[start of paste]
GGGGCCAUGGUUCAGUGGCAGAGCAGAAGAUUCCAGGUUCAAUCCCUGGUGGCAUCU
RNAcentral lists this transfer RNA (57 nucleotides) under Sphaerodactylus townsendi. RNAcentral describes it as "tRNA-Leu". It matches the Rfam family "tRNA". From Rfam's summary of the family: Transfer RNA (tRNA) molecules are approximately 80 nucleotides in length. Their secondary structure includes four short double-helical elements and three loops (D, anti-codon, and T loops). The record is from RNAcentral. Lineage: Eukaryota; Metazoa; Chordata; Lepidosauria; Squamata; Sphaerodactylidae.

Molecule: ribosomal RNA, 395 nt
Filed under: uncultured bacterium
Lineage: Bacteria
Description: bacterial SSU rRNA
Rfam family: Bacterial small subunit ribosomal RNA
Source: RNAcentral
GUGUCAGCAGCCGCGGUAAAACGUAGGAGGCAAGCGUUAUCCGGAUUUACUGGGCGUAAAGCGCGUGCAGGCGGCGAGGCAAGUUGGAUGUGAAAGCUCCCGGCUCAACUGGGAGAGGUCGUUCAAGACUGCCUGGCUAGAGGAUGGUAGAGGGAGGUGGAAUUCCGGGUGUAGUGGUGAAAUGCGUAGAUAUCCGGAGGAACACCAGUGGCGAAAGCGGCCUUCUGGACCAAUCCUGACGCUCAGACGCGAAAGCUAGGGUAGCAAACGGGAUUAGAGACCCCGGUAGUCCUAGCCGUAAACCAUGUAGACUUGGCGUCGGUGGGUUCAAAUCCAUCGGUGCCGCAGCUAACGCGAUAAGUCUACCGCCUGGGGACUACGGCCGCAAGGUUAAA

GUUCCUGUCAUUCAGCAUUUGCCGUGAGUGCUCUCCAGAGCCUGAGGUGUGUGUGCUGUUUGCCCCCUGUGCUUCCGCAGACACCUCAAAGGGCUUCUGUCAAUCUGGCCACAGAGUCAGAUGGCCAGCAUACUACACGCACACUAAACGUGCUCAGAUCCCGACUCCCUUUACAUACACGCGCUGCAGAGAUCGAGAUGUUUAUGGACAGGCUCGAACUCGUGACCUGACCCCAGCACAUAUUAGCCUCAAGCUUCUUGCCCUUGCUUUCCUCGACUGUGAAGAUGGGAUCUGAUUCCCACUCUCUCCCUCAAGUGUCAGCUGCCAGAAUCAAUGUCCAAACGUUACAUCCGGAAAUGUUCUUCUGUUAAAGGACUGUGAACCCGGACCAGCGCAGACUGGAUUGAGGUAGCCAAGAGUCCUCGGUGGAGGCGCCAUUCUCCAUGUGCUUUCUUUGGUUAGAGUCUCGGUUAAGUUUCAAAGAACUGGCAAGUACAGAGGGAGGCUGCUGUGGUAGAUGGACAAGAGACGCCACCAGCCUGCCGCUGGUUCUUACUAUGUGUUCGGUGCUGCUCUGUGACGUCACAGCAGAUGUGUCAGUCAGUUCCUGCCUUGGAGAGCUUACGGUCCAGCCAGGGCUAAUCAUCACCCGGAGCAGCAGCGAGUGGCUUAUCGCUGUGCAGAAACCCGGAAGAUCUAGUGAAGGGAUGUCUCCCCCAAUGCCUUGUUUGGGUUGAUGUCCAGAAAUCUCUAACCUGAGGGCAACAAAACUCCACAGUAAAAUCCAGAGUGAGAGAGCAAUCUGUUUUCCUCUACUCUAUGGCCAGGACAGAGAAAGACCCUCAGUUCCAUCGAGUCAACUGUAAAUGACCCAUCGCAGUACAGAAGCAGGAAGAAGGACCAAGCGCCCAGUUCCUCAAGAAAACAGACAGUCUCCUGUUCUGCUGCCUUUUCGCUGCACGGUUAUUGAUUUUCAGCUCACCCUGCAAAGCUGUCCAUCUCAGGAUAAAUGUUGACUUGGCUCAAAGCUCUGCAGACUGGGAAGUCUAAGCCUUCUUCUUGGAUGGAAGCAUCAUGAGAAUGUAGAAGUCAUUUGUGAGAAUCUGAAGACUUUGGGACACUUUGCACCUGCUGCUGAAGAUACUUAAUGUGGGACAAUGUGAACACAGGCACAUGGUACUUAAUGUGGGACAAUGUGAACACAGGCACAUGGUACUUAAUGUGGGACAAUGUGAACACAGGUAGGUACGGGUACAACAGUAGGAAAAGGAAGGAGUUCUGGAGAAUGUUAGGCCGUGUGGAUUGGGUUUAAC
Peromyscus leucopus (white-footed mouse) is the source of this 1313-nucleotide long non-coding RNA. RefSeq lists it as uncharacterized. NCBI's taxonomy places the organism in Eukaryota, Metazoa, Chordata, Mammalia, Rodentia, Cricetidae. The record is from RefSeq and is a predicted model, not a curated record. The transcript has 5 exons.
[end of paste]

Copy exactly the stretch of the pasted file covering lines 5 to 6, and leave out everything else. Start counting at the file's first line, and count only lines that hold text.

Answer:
Lineage: Bacteria
Description: bacterial SSU rRNA